Well, after that brush with death, we came upon the Sarova Lion Hill Lodge. And by the way: http://www.kws.org/nakuru.htm. This is supposedly the best lodge in Kenya, according to my guidebook. So, we wanted to have a look. The cool think about the lodge is that it wasn't one building. Each room is a separate manyatta (house). They look like little traditional manyattas but have everything you would need inside. They are connected by a maze of stone sidewalks. There is also a very welcoming front desk, gift shop, huge fancy restaurant, nice pool/sauna, and a large bar/party area. The view from the pool was of the savannah. Just like a postcard. Soph and I want to stay there next time, and we may also send her parents there for their anniversary.

So, we drove on. We saw more monkeys, baboons, and bushbucks. We stopped at one point where we thought we could get close to the lake. Munkai and I walked ahead, the girls stayed in the car. The walk was treacherous, with many ruts and holes, strange noises and unrelenting insects. But soon, we reached the edge of the lake. There were flamingos everywhere. They are very peaceful creatures, standing there up to their ankles in the lake, occasionally sampling a bit of this or that from the water. They sounded kind of quiet but elegant. Like a seagull from Bellevue. As I approached one, to see how close I could get, I finally learned my lesson. African animals are not afraid of me. I turned and ran as fast as my little feet would carry me, all the while picturing that horrible crooked beak ripping into my backside. I don't know when he stopped chasing me, but I made it back to the car in record time. Munkai chose to stay at the edge of the lake. So, I used the opportunity to get the camera. Hey, this could be one for America's Funniest.

Back at the lake, I kept my distance and got some good video of them flying around in a big circle. That sounds dumb but it was really awe inspiring to be that close to all those birds. You know it just struck me how interesting it would be to put some of those plastic garden flamingos in the midst of the real ones, just to see what they would do.

And so we continued. It was about halfway around the lake, when the worst finally happened. The car broke. We came to a stop right in the direct sun. There we were, hotter than Kansas, hadn't seen a soul in hours (unless baboons have souls (which they do)) and we were stuck. Do they have AAA in Kenya? Of course not. Then it would be called AAK. But they do have a mechanic named ... well I don't know his name but Munkai called him and ... sprang into action. Four hours later, we were rescued. In the meantime, the baboons chased me and the girls back into the car, but Munkai chased the baboons away. He is one tough cookie. He actually left the road and started wandering about in the forest. This is a "monkeys and lions and all sorts of wildlife most of which are bigger than humans" kind of forest, so you see how it was. We also pushed the car to a shady spot, that helped a lot. After come confusion about directions, ... finally arrived and attached us to the thinnest of ropes. If you were to bet on the car or the rope, you would choose the car. Yet, the rope held. We all, except for Munkai, hopped into ...'s car to keep the weight down. In the car, there was a little sign that said " The Angles will protect us." Hey, I'm just reporting the facts.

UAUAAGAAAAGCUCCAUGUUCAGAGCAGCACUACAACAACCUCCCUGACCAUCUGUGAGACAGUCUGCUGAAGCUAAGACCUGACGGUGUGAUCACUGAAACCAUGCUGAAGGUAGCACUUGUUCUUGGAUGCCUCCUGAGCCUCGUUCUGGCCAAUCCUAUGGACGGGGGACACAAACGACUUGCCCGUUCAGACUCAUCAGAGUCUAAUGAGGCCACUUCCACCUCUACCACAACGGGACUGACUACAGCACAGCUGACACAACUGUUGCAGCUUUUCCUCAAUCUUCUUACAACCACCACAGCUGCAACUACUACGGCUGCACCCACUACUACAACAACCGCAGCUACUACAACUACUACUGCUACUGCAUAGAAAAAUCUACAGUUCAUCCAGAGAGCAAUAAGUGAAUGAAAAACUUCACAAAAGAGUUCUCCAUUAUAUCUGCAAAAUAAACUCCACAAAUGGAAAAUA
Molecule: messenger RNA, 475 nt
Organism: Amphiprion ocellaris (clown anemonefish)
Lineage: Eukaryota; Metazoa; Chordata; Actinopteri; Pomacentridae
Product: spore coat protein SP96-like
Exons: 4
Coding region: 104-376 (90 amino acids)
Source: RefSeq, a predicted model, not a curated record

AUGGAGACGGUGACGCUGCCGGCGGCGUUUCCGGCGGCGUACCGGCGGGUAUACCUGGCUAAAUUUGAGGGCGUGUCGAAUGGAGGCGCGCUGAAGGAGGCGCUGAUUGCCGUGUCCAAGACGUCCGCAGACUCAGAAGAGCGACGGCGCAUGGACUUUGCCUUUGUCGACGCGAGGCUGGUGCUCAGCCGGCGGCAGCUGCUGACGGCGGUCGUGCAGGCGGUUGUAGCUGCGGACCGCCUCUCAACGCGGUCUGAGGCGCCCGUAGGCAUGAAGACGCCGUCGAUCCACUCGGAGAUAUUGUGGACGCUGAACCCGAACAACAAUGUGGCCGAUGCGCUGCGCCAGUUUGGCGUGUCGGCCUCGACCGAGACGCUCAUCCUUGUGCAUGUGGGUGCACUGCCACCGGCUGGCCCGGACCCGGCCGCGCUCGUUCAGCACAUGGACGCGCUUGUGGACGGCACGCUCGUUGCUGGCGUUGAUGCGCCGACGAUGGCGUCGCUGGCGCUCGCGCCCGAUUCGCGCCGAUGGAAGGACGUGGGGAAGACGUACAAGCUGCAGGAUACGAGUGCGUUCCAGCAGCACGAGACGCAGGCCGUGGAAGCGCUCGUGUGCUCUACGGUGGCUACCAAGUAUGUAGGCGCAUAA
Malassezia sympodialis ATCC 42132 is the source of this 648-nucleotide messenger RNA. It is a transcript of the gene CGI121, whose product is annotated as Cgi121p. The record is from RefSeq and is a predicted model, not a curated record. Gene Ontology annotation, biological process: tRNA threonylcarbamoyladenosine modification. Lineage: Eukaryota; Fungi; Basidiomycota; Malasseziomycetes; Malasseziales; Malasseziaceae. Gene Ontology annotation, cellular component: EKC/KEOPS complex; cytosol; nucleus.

Once we got to the nearest exit, they told us that we had to drive all the way back to the entrance where we came in! Can you imagine, making us turn around and tow that car halfway around the lake? Unbelievable. It was getting late in the day so we decided to drive to town first, so me, Mami, and Soph could catch a mat. We untied the car and left. I don't know what those guys had to do to get that car out, but it probably wasn't fun. The issue, you see, is that ... didn't pay to get in, and he entered through the same entrance we did. All he had was a slip of paper, kind of an African hall pass. I'm not sure why that meant he had to go back to the main entrance, but apparently that makes sense to somebody.

So, we made it back to the mat station on time. It was just as crazy as in Nairobi. On the way home, it was dusk as we passed the various lakes and beautiful ridgelines at dusk. There was also a giant billboard for a certain brand of shoe that proclaimed the shoes were "selling like hot cake." If you don't think that's funny, you are dead. That's kind of like "butt naked" and "duck tape." Anyway, it was dark when we arrived in Nairobi. We trundled for a few blocks to find the matatu that would take us to Rongai. On the way, we walked right by the site where the American embassy used to be. This is the one that was bombed several years ago. The bomb must have been massive. The building covered about half a city block, and the blast blew out windows of every nearby building, including the post office. Which, is where Mami was at the time. She was hit by some flying glass, but was OK. Wow. Now, the place is a memorial park.

We found the mat. It was so big and comfortable I had to wonder why they don't use these to go to Nakuru? Poor Mami found some vomit on her seat, she had to move. Then, we were pulled over in a police inspection. Don't worry, Angles will protect us.